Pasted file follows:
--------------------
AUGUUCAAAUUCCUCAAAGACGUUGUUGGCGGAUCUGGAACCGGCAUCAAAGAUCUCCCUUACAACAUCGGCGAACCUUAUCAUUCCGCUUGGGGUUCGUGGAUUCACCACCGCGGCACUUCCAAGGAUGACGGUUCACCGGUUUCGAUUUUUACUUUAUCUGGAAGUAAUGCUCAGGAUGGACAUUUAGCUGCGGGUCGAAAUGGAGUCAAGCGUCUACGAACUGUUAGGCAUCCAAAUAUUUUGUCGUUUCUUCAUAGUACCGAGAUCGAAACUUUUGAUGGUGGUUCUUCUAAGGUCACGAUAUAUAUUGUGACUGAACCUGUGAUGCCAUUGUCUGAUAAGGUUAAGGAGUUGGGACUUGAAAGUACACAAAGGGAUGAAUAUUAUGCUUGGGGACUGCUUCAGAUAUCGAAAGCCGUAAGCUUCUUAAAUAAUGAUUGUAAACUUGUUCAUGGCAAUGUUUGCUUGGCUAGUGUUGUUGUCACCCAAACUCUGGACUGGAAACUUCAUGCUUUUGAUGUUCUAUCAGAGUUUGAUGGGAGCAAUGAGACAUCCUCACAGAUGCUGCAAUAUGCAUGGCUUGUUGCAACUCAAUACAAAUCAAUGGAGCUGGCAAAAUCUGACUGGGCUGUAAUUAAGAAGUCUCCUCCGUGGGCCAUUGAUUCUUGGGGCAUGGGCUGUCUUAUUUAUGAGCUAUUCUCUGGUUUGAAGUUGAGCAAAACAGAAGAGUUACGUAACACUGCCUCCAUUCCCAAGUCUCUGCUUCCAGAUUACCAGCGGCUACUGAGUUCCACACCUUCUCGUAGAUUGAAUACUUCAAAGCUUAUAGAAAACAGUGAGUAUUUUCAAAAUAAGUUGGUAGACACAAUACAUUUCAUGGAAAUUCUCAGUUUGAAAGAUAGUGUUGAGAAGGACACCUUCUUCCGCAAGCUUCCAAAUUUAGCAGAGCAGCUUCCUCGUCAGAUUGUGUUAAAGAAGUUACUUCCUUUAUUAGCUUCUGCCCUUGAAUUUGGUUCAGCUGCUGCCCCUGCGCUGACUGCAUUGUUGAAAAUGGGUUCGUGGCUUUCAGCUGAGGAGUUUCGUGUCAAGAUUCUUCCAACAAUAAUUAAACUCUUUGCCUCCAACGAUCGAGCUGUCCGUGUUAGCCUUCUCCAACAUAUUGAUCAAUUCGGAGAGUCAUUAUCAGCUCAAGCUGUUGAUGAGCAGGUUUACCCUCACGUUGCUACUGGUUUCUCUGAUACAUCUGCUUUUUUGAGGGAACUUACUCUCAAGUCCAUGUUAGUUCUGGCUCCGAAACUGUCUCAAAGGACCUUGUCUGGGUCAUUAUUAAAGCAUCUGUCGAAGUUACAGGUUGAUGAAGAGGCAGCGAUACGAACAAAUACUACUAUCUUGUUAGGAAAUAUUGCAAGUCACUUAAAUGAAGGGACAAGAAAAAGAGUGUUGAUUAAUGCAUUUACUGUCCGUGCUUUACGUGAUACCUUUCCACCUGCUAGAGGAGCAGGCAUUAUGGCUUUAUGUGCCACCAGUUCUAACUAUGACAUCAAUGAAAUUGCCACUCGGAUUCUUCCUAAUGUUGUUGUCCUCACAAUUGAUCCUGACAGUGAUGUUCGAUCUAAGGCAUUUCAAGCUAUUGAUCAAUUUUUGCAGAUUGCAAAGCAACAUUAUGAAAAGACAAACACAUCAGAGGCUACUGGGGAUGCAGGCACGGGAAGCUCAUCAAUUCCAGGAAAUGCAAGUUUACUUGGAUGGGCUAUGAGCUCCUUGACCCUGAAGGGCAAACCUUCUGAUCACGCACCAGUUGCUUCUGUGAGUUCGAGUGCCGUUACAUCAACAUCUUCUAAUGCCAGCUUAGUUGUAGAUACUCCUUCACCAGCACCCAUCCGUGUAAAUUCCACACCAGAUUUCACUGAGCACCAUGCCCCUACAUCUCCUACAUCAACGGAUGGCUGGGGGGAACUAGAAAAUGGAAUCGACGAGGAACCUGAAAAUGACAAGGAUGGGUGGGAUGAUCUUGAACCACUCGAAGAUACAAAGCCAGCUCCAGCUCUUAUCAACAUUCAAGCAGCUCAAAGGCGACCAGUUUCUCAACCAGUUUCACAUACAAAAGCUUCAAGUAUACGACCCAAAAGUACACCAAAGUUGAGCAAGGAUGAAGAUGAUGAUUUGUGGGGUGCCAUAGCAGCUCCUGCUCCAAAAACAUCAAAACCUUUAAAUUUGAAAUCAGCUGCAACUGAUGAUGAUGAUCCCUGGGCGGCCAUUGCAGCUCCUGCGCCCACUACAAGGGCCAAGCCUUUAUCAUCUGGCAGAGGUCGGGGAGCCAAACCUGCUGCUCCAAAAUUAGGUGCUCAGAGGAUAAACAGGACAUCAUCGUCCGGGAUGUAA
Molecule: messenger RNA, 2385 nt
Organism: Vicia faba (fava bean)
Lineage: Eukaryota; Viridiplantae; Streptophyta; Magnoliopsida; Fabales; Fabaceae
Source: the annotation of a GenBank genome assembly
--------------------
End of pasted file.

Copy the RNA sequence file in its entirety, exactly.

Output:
AUGUUCAAAUUCCUCAAAGACGUUGUUGGCGGAUCUGGAACCGGCAUCAAAGAUCUCCCUUACAACAUCGGCGAACCUUAUCAUUCCGCUUGGGGUUCGUGGAUUCACCACCGCGGCACUUCCAAGGAUGACGGUUCACCGGUUUCGAUUUUUACUUUAUCUGGAAGUAAUGCUCAGGAUGGACAUUUAGCUGCGGGUCGAAAUGGAGUCAAGCGUCUACGAACUGUUAGGCAUCCAAAUAUUUUGUCGUUUCUUCAUAGUACCGAGAUCGAAACUUUUGAUGGUGGUUCUUCUAAGGUCACGAUAUAUAUUGUGACUGAACCUGUGAUGCCAUUGUCUGAUAAGGUUAAGGAGUUGGGACUUGAAAGUACACAAAGGGAUGAAUAUUAUGCUUGGGGACUGCUUCAGAUAUCGAAAGCCGUAAGCUUCUUAAAUAAUGAUUGUAAACUUGUUCAUGGCAAUGUUUGCUUGGCUAGUGUUGUUGUCACCCAAACUCUGGACUGGAAACUUCAUGCUUUUGAUGUUCUAUCAGAGUUUGAUGGGAGCAAUGAGACAUCCUCACAGAUGCUGCAAUAUGCAUGGCUUGUUGCAACUCAAUACAAAUCAAUGGAGCUGGCAAAAUCUGACUGGGCUGUAAUUAAGAAGUCUCCUCCGUGGGCCAUUGAUUCUUGGGGCAUGGGCUGUCUUAUUUAUGAGCUAUUCUCUGGUUUGAAGUUGAGCAAAACAGAAGAGUUACGUAACACUGCCUCCAUUCCCAAGUCUCUGCUUCCAGAUUACCAGCGGCUACUGAGUUCCACACCUUCUCGUAGAUUGAAUACUUCAAAGCUUAUAGAAAACAGUGAGUAUUUUCAAAAUAAGUUGGUAGACACAAUACAUUUCAUGGAAAUUCUCAGUUUGAAAGAUAGUGUUGAGAAGGACACCUUCUUCCGCAAGCUUCCAAAUUUAGCAGAGCAGCUUCCUCGUCAGAUUGUGUUAAAGAAGUUACUUCCUUUAUUAGCUUCUGCCCUUGAAUUUGGUUCAGCUGCUGCCCCUGCGCUGACUGCAUUGUUGAAAAUGGGUUCGUGGCUUUCAGCUGAGGAGUUUCGUGUCAAGAUUCUUCCAACAAUAAUUAAACUCUUUGCCUCCAACGAUCGAGCUGUCCGUGUUAGCCUUCUCCAACAUAUUGAUCAAUUCGGAGAGUCAUUAUCAGCUCAAGCUGUUGAUGAGCAGGUUUACCCUCACGUUGCUACUGGUUUCUCUGAUACAUCUGCUUUUUUGAGGGAACUUACUCUCAAGUCCAUGUUAGUUCUGGCUCCGAAACUGUCUCAAAGGACCUUGUCUGGGUCAUUAUUAAAGCAUCUGUCGAAGUUACAGGUUGAUGAAGAGGCAGCGAUACGAACAAAUACUACUAUCUUGUUAGGAAAUAUUGCAAGUCACUUAAAUGAAGGGACAAGAAAAAGAGUGUUGAUUAAUGCAUUUACUGUCCGUGCUUUACGUGAUACCUUUCCACCUGCUAGAGGAGCAGGCAUUAUGGCUUUAUGUGCCACCAGUUCUAACUAUGACAUCAAUGAAAUUGCCACUCGGAUUCUUCCUAAUGUUGUUGUCCUCACAAUUGAUCCUGACAGUGAUGUUCGAUCUAAGGCAUUUCAAGCUAUUGAUCAAUUUUUGCAGAUUGCAAAGCAACAUUAUGAAAAGACAAACACAUCAGAGGCUACUGGGGAUGCAGGCACGGGAAGCUCAUCAAUUCCAGGAAAUGCAAGUUUACUUGGAUGGGCUAUGAGCUCCUUGACCCUGAAGGGCAAACCUUCUGAUCACGCACCAGUUGCUUCUGUGAGUUCGAGUGCCGUUACAUCAACAUCUUCUAAUGCCAGCUUAGUUGUAGAUACUCCUUCACCAGCACCCAUCCGUGUAAAUUCCACACCAGAUUUCACUGAGCACCAUGCCCCUACAUCUCCUACAUCAACGGAUGGCUGGGGGGAACUAGAAAAUGGAAUCGACGAGGAACCUGAAAAUGACAAGGAUGGGUGGGAUGAUCUUGAACCACUCGAAGAUACAAAGCCAGCUCCAGCUCUUAUCAACAUUCAAGCAGCUCAAAGGCGACCAGUUUCUCAACCAGUUUCACAUACAAAAGCUUCAAGUAUACGACCCAAAAGUACACCAAAGUUGAGCAAGGAUGAAGAUGAUGAUUUGUGGGGUGCCAUAGCAGCUCCUGCUCCAAAAACAUCAAAACCUUUAAAUUUGAAAUCAGCUGCAACUGAUGAUGAUGAUCCCUGGGCGGCCAUUGCAGCUCCUGCGCCCACUACAAGGGCCAAGCCUUUAUCAUCUGGCAGAGGUCGGGGAGCCAAACCUGCUGCUCCAAAAUUAGGUGCUCAGAGGAUAAACAGGACAUCAUCGUCCGGGAUGUAA
Molecule: messenger RNA, 2385 nt
Organism: Vicia faba (fava bean)
Lineage: Eukaryota; Viridiplantae; Streptophyta; Magnoliopsida; Fabales; Fabaceae
Source: the annotation of a GenBank genome assembly